It's important to prevent a condition known as second impact syndrome. This occurs when a person has recurrent head trauma while still recovering from a concussion. A seemingly minor trauma or bumping of the head in these people can lead to devastating swelling of the brain, which could prove fatal. You're at greatest risk of second impact syndrome if you're younger than age 20.

After a concussion, always get your doctor's OK before returning to a sport. Wait until all of your neurological symptoms have completely gone away.

Treatment

Rest is the best recovery technique. Healing takes time. Some over-the-counter and prescription drugs may relieve headache pain, but talk to your doctor before taking any medications, especially aspirin. Aspirin may contribute to bleeding. Don't give aspirin to children because it may lead to serious problems, such as Reye's syndrome.

Prevention

The following tips may help you to prevent or minimize your risk of head injury:

  • Wear a helmet during recreational activities. When bicycling, motorcycling, skiing, horseback riding, skating or engaging in any recreational activity that may result in head injury, wear protective headgear. Wearing a bicycle helmet greatly reduces your risk of serious head injury and brain injury.
  • Buckle your seat belt. Wearing a seat belt may prevent serious injury, including an injury to your head, during a traffic accident.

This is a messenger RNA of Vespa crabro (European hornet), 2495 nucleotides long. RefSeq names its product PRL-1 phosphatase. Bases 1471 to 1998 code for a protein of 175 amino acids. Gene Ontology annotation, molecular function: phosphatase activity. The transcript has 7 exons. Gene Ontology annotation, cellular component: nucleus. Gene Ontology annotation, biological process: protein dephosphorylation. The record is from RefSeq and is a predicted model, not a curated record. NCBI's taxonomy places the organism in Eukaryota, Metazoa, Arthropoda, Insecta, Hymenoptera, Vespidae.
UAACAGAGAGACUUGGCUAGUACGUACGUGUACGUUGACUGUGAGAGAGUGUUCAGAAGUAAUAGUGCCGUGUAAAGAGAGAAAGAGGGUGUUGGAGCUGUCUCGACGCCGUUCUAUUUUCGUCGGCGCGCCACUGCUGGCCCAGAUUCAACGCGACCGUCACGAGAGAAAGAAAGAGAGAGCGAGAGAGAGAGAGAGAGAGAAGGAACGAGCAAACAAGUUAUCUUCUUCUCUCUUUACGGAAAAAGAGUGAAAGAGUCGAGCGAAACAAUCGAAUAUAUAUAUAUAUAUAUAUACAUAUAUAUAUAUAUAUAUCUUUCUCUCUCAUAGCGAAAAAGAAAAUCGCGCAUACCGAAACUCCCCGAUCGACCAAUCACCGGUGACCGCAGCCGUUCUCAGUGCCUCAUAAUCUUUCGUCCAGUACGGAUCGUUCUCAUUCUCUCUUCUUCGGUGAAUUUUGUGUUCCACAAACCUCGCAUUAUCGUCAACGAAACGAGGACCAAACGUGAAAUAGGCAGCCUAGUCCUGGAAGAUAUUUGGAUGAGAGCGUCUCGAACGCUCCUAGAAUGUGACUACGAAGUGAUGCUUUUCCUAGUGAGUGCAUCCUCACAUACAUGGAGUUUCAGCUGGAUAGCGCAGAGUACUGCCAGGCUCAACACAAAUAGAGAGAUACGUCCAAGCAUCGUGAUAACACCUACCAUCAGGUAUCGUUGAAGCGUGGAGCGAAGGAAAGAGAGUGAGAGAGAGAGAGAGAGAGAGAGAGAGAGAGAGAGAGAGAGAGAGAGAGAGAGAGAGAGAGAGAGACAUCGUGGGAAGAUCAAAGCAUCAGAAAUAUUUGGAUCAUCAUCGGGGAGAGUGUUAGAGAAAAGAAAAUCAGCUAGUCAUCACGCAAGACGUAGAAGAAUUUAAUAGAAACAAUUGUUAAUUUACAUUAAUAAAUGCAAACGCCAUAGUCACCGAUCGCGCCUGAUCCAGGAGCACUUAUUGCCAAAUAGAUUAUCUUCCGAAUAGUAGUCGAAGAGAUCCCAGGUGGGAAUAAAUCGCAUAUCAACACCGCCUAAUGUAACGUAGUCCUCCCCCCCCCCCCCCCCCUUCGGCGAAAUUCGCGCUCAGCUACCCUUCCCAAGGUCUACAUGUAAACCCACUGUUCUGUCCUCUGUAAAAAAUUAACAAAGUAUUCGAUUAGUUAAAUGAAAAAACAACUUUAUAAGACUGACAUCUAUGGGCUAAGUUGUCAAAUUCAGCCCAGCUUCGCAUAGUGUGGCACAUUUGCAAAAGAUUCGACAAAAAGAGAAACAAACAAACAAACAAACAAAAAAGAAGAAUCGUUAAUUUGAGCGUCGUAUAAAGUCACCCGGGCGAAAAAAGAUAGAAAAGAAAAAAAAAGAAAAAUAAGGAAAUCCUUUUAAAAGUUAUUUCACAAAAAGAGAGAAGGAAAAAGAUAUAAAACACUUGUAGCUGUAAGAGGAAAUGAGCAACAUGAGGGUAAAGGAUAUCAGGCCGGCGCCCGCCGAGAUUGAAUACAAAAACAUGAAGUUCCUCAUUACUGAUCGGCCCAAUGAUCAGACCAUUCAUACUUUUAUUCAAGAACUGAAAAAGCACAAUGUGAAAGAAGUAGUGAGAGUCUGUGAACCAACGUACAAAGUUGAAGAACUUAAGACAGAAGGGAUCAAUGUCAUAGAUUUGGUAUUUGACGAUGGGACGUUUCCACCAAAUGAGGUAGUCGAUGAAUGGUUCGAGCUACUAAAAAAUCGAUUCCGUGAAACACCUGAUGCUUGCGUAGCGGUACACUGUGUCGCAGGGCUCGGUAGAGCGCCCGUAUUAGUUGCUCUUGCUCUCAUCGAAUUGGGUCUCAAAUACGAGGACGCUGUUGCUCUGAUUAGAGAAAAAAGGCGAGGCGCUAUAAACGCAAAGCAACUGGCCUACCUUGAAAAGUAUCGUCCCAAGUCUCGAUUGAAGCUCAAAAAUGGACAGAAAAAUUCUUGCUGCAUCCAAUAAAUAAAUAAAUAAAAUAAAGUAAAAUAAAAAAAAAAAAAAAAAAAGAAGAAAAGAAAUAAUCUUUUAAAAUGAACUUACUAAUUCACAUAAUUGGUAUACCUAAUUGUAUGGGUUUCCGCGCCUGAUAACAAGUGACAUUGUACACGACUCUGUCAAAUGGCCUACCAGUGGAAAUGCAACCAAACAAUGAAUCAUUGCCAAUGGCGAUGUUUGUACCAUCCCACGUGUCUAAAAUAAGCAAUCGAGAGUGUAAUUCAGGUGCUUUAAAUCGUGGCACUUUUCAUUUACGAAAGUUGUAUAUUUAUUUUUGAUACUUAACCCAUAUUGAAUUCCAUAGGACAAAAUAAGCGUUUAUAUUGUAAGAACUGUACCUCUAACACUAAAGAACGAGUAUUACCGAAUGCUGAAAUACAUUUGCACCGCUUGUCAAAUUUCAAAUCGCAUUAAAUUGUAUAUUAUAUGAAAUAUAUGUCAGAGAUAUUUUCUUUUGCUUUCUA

• Wear safety equipment while participating in competitive team sports. Properly fitting and appropriate safety equipment may protect you from injury during the contact that's involved in many sports.
  • Make your home fall proof. Keep your home well lit and free of situations that might cause you to trip and fall. Falls around the home are the leading cause of head injury for infants, toddlers and older adults.
  • Protect your children. To help lessen the risk of head injuries to your children, pad countertops and edges of tables, block off stairways, and keep your children from climbing on unsafe or unsteady objects.
  • Wear sensible shoes. If you're older, wear thinner, hard-soled, flat shoes. Resilient-soled athletic shoes may impair your balance and contribute to falls. Avoid wearing high heels, sandals with light straps, or shoes that are either too slippery or too sticky.

Coping skills

The process of healing from a concussion may take time, sometimes several months. These tips may help make for a smoother recovery:

  • Get plenty of sleep at night and rest during the day.
  • Return to normal activities gradually. Don't take on too much too soon.
  • Avoid activities that could result in a second head injury, such as contact or recreational sports, until your doctor says you're well enough to participate.
  • Be sure to ask your doctor about when you can safely return to sports, drive a car, bike, or operate other equipment or machinery. Your ability to react to stimuli may be impaired.
  • Take only medications that your doctor has prescribed or approved.
  • Don't drink alcohol until you have recovered fully. Alcohol may hinder recovery and can put you at risk of further injury.
  • Write down things that you find hard to remember.
  • Consult with your family or close friends before making important decisions.

February 17, 2005